by Karen Williams Follow @redrustin
The question from the Pakistani government minister was not unfamiliar to me: “And what are you, are you a Zulu?” It was my early days in Islamabad and the official’s gentle ribbing was a common question. Yet this time, I was speechless.
Floundering, I grasped at half-sentences, well aware that people around were starting to stare. I mumbled something about being from a mix of different communities. It was a non-answer, but equally baffling was the immediate, deep sense of shame I had about myself. My body-response to the question of who I was ethnically and historically was an enduring, free floating shame, buoyed by the constant references littered throughout my life that, historically, I was neither black nor white, I was a “nothing”. (This, even as I identified as black since childhood.)
Most of my life since childhood had been spent hiding in and finding identity in politics: It was a place of certainty when others spoke about their community identities and customs. It also provided the necessary fulcrum on which I could quickly change the conversation. I was well-versed in deflecting with broad sweeps of accepted leftist histories and resistances. It gave me access to a glorious national history: but this time I had no words. I had no history, really, no personal history, just grand national narratives that I clung to like a life raft.
The question would continue ringing inside me throughout the Pakistan years and when I would move elsewhere: back to south-east Asia, finishing up my life in Kabul and a short spell in the pervasive, visible context of continued enslavement that marks social structures of Khartoum. The Indian Ocean Slavery articles started in that moment that a mirror was held up to me, but it was not the only catalyst. In truth, I might never know the internal and external pushes that that led me back to South Africa, away from my life and work, and spending a year reading and writing. For the first time I did not care that I was not out there, in the middle of history unfolding.
I often describe the past eighteen months of reading, writing and then publishing on slavery as having fallen down a rabbit hole: not only writing a history, but more importantly, finding that there was actually a history to write.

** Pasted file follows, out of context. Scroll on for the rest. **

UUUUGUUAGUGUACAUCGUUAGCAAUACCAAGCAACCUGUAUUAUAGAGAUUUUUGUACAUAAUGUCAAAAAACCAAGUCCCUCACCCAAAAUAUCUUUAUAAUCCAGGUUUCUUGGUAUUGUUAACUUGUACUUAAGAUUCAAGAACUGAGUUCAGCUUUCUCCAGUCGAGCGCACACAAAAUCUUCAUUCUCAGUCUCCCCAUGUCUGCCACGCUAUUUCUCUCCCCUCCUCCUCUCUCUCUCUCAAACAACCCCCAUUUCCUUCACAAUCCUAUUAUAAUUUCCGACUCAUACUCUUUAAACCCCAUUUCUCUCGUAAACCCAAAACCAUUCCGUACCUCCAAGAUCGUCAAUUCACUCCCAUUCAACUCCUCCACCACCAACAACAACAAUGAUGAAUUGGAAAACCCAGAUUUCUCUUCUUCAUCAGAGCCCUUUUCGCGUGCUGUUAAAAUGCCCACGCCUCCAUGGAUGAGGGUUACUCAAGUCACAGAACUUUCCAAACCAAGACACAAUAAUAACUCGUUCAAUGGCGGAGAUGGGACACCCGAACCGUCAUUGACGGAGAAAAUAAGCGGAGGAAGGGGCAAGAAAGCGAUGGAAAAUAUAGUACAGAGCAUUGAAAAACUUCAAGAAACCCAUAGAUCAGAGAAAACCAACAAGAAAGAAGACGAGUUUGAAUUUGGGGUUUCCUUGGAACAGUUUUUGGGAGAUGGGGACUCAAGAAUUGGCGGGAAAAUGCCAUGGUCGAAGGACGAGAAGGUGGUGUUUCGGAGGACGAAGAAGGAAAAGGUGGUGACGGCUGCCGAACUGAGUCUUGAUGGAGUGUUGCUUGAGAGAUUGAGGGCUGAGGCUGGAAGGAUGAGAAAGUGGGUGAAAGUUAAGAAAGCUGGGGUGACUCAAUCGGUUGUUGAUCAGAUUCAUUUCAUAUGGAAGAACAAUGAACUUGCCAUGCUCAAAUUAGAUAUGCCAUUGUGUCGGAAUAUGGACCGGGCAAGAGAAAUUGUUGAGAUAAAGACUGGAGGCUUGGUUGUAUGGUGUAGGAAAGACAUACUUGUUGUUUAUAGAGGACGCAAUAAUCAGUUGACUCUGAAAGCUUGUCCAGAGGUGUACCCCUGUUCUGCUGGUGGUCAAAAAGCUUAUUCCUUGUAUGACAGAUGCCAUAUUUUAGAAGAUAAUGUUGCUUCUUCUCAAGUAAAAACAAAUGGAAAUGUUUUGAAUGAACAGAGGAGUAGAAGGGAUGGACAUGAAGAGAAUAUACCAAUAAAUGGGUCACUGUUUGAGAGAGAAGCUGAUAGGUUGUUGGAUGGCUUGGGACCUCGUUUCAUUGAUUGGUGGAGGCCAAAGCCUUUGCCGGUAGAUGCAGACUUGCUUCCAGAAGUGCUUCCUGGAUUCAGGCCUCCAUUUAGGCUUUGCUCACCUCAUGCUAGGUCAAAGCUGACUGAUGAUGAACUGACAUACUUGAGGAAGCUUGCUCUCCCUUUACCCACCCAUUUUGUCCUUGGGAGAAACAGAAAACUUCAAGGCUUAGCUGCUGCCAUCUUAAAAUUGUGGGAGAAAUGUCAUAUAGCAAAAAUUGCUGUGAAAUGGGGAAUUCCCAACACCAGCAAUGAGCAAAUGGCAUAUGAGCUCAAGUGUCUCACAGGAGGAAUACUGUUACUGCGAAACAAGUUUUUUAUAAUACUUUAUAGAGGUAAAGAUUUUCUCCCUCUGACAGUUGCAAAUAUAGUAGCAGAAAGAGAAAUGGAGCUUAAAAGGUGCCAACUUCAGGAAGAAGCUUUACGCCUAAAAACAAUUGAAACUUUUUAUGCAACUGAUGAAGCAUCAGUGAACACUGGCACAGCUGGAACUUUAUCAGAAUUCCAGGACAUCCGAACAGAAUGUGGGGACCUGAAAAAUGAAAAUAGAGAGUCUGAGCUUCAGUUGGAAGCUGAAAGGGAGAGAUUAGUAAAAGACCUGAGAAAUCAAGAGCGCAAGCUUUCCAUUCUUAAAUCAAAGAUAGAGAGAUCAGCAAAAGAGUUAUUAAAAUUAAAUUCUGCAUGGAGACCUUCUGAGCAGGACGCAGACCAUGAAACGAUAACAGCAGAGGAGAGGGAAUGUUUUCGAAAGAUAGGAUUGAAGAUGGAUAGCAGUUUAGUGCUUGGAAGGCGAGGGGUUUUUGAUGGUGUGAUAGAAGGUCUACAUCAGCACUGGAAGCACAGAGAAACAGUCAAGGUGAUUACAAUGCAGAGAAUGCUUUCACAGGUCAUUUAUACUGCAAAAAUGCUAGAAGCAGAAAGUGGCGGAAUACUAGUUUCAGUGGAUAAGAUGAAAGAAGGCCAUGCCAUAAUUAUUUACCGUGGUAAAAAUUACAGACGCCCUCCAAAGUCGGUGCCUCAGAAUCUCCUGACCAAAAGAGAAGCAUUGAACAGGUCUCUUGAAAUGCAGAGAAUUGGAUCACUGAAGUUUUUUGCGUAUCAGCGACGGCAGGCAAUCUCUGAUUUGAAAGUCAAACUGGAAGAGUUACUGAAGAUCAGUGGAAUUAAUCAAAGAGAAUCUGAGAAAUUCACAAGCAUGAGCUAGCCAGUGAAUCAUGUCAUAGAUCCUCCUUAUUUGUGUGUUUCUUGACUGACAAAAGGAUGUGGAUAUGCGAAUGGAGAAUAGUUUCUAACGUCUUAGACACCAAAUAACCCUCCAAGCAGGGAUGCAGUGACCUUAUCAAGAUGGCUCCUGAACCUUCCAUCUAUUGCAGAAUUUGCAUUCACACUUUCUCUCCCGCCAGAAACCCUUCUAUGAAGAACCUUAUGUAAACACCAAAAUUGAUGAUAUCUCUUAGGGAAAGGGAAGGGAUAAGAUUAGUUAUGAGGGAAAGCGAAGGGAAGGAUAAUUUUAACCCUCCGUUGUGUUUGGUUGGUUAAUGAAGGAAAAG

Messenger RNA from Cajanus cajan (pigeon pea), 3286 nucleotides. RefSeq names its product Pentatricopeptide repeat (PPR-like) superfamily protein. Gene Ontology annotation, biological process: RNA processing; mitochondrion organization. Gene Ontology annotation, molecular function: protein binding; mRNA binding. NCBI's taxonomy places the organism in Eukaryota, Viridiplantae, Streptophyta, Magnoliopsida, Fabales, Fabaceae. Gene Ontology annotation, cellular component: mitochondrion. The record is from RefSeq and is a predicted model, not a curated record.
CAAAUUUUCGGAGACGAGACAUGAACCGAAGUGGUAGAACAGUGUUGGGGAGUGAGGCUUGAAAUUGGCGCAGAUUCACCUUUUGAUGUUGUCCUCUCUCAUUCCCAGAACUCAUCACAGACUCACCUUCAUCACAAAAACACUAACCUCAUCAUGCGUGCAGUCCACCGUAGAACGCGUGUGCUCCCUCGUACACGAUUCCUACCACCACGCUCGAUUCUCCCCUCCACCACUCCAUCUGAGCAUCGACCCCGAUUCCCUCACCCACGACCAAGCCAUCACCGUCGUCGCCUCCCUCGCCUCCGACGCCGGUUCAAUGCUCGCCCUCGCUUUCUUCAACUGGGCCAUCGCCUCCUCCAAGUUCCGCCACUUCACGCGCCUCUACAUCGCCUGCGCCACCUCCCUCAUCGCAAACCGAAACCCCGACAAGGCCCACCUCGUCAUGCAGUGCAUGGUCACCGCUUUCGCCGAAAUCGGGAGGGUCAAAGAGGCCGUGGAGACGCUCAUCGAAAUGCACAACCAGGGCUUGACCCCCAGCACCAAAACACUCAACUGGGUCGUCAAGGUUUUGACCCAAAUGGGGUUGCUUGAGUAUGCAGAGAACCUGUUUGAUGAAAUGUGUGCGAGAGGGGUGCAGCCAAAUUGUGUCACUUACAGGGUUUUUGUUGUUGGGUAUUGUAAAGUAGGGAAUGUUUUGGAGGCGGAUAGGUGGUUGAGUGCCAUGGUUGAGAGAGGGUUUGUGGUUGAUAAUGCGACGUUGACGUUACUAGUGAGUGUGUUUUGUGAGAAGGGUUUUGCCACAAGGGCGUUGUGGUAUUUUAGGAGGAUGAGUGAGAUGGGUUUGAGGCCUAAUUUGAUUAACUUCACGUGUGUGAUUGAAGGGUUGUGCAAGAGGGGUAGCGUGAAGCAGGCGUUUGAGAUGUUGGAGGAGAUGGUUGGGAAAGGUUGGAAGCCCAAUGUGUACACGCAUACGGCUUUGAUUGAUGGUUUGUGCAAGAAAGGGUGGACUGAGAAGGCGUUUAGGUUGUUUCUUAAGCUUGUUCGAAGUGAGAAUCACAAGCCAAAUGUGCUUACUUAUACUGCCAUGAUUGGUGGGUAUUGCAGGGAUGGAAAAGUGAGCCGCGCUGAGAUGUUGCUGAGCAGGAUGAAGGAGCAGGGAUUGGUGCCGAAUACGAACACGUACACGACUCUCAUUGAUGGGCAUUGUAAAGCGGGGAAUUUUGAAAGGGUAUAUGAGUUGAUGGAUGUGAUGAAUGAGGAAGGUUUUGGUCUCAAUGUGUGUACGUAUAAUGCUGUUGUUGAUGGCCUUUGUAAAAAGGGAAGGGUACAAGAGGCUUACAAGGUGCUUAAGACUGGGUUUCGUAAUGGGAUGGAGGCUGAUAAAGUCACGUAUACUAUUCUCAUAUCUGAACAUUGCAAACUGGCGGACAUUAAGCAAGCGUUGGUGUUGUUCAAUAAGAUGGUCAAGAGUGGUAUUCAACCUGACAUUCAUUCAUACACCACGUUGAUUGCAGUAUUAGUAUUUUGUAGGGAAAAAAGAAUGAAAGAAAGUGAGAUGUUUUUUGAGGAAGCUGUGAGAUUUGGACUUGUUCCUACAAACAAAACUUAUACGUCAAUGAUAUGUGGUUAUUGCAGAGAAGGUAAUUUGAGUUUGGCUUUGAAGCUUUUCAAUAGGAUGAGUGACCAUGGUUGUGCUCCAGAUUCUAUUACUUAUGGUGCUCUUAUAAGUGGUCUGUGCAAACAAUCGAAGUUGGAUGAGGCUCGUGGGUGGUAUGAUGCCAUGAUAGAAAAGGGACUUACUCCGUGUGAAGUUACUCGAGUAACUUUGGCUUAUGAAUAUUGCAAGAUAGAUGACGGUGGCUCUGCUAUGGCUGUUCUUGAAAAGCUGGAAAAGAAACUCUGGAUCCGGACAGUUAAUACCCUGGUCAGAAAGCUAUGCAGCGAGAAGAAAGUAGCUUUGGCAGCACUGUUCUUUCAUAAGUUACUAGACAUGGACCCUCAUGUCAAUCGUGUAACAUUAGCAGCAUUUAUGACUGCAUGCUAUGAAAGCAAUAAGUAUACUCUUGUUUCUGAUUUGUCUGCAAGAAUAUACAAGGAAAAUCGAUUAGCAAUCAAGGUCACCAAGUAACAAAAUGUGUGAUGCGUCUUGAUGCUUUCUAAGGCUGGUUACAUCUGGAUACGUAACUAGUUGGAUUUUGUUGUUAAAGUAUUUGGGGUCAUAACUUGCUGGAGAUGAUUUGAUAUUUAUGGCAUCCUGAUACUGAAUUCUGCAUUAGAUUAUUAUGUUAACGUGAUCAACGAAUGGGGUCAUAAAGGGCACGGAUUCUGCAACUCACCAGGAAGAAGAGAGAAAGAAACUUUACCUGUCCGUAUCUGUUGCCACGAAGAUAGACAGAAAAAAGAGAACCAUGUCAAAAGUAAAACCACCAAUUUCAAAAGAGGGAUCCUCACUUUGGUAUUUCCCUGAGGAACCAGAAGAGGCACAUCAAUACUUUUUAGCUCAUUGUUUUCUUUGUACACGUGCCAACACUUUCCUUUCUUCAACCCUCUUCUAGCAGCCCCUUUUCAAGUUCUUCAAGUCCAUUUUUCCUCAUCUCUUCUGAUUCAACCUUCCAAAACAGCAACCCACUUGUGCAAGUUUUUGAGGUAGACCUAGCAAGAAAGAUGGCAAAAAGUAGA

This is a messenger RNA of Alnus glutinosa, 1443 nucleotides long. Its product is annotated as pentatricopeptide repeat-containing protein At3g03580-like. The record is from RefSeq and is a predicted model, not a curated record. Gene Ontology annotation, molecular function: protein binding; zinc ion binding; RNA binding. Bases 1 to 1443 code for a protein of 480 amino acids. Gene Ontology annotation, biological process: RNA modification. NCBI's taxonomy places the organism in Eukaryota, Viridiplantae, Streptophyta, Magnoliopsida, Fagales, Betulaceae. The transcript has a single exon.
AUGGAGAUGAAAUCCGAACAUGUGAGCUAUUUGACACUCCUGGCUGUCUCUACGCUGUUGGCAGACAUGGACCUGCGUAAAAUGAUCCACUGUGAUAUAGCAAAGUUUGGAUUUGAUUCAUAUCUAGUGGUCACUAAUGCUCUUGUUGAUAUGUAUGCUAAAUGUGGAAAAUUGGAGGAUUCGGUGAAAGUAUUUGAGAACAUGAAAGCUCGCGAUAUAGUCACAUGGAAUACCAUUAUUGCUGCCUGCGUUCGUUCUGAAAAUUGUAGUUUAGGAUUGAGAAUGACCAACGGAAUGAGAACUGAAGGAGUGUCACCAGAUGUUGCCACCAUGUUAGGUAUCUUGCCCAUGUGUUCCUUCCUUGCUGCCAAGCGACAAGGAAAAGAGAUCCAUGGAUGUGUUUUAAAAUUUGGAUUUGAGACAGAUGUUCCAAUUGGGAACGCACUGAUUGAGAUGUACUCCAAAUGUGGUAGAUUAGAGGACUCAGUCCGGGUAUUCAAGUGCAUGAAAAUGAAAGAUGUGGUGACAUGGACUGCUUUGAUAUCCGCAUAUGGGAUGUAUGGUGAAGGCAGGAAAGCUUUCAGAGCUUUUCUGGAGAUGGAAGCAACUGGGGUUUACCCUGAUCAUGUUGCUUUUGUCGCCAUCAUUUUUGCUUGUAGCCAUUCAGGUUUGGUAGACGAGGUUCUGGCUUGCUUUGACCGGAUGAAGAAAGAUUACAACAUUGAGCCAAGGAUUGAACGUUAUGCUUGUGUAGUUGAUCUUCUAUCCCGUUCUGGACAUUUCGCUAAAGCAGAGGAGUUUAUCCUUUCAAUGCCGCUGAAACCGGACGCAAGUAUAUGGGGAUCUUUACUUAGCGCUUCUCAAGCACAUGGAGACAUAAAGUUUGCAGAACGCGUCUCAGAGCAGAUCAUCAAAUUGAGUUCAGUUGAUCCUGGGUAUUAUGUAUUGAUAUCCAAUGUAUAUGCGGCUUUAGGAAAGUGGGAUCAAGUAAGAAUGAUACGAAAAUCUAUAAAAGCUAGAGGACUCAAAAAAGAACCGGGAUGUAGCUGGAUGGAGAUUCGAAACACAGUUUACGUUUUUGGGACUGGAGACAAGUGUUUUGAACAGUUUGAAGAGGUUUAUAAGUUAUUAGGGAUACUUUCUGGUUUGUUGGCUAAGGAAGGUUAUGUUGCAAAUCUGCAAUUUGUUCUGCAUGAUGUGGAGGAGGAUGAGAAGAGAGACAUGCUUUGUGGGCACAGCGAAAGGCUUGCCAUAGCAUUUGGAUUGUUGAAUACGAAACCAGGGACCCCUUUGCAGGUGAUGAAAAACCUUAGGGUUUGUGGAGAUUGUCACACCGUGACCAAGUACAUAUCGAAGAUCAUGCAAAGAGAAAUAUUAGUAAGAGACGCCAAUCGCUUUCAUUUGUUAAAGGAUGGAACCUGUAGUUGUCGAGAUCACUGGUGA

The effects have not only been finding a history on Indian Ocean slavery that has been buried in academia, with the cornerstones of abuse and subjugation explained away. But in accessing my wider, global history, I’ve ironically finally reconciled with a very personal, intimate own-story. Having fled home as a child, my non-history extended into never acknowledging that I raised myself from the start. I also never said the name of the man who is genetically my father: Mervyn Emrich Cornelissen, and who has had nothing to do with me since birth. An intellectual, he writes dissertations and is brilliant, a man I so desperately wanted to be imprinted upon because I have lived everywhere, everywhere, and there’s nobody else like me. I have said my father’s name more in the past year than I have for all of my life. Having run from my family as a child, I had lived as an absence, a “nothing” for a lifetime. Until I started writing the Indian Ocean Slavery series, there was no knowing in how many concentric circles of being I had been denied.
But in that denial and not-knowing about my history, there were the people ready to be discovered, when I, inside, was ready: Thisgingnio, the only Chinese woman prisoner recorded at the Cape; Hendrik Uithaalder, problematic and emblematic as the last man hanged for sodomy in Australia; the surprise in finding the political prisoner William Cuffay, sent on a boat to Hobart; and Billy Blue, one of many African-American men who made their mark in Sydney.